My garden soil is being quite uncooperative. Several years ago when I had it tested, the pH was about 7.7. It needs to be about 6.5. I had been adding acidifier, pouring whey around plants, adding organic matter.
My okra is struggling – everything else is doing ok but remember last year’s garden was a flop. A few weeks ago, I got my little pH meter out and checked the soil and it was right at 8. Not good. I sent off a soil sample to A&M and got back the results Monday. The pH is 8.1. How, after all the work I’ve done to bring it down, as it gone up? Where’s acid rain when I need it?
The problem is that our soil has lots of lime – there’s limestone everywhere. Our water, though it tastes fine, has a very high pH and with all the watering I do out there, the high pH of the water seems to be winning over everything I’m doing to bring down the pH.
After getting the soil results, I went down to the ag store, showed the very helpful guy there my results and I came home with liquid iron for spraying the foliage, sulfur, slow release fertilizer and . . dog food!
I guess unless I can get that pH down substantially, I can forget ever having much of a blueberry crop, of much of any crop for that matter if it stays around 8. Frustrating!
Other places I’ve lived, the pH was too low and we had to add lime or something similar to raise the pH. That seemed a whole lot easier than trying to bring it down, especially when the water is working against us, but that’s what happens when you live where there’s so much limestone.
The guy at the garden center recommended using peat moss. I had never heard that. He said get as much as I can afford, spread it out as thick as possible and till it in several week before planting in the spring. I’m more comfortable doing that than I am using iron and sulfur but for now, I’m using iron and sulfur. Next spring, we’ll add peat moss and hope for a lower pH.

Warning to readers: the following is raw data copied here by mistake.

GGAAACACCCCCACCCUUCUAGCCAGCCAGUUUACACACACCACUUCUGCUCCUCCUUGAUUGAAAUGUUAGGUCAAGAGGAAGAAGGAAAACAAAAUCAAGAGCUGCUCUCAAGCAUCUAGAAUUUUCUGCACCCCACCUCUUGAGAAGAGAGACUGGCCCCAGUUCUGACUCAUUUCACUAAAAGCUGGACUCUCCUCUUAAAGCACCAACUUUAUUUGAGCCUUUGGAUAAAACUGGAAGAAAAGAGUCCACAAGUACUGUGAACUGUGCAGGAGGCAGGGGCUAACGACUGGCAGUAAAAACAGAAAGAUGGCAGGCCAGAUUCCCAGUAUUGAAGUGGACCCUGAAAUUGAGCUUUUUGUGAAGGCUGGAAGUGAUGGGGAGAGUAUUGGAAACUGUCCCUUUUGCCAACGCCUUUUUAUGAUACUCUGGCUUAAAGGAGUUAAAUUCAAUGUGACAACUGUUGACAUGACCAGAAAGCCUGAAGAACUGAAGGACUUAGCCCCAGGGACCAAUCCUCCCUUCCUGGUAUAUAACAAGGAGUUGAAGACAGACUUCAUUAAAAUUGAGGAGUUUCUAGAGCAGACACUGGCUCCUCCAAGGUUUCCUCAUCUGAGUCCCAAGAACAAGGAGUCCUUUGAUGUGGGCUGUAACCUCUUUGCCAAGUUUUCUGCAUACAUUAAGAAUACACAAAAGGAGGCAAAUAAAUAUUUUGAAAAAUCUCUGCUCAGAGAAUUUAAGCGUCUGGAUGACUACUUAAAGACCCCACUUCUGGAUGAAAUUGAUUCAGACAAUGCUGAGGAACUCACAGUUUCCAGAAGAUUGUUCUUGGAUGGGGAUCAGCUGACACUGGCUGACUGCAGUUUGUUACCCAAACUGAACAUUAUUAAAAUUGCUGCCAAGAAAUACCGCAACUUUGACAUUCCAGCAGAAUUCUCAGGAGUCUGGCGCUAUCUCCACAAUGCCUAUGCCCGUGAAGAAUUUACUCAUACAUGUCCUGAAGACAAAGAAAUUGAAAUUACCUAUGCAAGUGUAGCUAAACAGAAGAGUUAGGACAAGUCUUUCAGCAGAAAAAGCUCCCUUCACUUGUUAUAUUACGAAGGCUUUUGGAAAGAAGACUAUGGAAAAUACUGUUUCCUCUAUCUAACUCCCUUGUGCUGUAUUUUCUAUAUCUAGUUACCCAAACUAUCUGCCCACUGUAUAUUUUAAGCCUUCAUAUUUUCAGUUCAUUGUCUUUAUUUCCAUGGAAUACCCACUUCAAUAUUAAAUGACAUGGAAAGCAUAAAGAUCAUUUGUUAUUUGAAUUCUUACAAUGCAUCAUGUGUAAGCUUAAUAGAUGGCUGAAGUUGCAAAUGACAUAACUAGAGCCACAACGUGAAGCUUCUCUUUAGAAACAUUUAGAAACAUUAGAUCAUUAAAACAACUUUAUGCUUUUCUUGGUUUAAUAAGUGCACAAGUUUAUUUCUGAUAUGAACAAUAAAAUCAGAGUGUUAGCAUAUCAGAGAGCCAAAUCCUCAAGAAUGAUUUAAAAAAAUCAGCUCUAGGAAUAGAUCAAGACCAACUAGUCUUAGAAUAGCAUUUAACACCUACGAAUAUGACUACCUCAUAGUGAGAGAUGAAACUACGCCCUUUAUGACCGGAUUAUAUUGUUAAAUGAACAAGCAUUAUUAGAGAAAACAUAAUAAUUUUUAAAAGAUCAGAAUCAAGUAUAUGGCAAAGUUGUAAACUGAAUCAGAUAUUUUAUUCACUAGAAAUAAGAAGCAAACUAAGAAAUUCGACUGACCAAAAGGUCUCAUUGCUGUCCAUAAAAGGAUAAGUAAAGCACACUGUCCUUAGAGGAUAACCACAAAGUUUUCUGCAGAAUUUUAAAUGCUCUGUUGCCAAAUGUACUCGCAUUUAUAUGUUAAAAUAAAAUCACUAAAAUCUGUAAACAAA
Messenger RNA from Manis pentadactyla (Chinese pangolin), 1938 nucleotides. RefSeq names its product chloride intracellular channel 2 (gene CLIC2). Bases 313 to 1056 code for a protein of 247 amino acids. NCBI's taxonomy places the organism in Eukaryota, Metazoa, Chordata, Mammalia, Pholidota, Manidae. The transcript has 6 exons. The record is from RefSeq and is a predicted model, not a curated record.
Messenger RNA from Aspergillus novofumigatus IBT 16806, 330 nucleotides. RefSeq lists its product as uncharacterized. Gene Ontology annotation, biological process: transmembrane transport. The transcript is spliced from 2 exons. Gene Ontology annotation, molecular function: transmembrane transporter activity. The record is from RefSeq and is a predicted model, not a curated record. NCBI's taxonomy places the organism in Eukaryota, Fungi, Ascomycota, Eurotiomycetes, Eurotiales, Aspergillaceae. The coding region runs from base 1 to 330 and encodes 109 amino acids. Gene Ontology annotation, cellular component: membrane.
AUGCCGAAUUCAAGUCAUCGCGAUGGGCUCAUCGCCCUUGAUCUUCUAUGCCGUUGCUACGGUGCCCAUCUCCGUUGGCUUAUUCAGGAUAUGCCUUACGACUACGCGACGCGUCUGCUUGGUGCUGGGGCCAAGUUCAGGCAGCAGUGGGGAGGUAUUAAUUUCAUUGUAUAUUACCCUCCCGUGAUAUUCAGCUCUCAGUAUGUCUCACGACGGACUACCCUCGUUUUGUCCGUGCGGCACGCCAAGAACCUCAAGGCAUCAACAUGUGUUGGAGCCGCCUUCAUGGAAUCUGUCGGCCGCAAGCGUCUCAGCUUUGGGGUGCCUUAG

We have a couple of fruit trees that are suffering and I added sulfur to them yesterday and had to put up a barricade to hopefully keep the chickens from eating all the pelletized sulfur. Since I can only spray the iron foliage spray in the evening, I’ve done most of the garden, and about 1/3 of the fruit trees. Even the lemon trees in pots that were planted in well balanced potting soil have a high pH because of the water.
Some days it seems that between the hail, too much water, too much dry, grasshoppers and pH, I’m better off sitting inside knitting instead of trying to grow anything around here. I don’t ever want to be without a garden but having one here sure isn’t easy but I guess having a garden anywhere isn’t easy!
I only know peat moss from flower soil. It is in lots of flower soils in Germany. The problem is when peat moss dries out you will never get it wet again, so the soil around the plants is even more dry.
I just watched a you tube video that said it’s best to plant blueberry bushes in a fifteen-inch frost-prof terra cotta pot and use potting soil for azaleas, which they called ericaceous, I think, meaning it’s acidic, and fertilize them a fertilizer labeled ericaceous. I think the point was that they should be treated like you would treat azaleas, since they need similar soil and conditions.
I have decided to get my bushes soon and follow those instructions. It seems like a lot of special effort but blueberries are our favorite so it’s worth trying.
I hope you get your plants to produce!
Lace Faerie (Karen Lawson) says
Coffee grounds are acidic. We have several Starbucks in our county that save coffee grounds for gar,den composting. I apply them straight, without composting under my hydrangea and blueberry bushes.
We have a Starbucks here that will save coffee grounds but it’s far enough from my house that I probably wouldn’t go when I was supposed to go pick them up. Vince saves his coffee grounds and we put them around the blueberry bushes but I think we probably need way more than we’re getting so I may have to try getting them from Starbucks.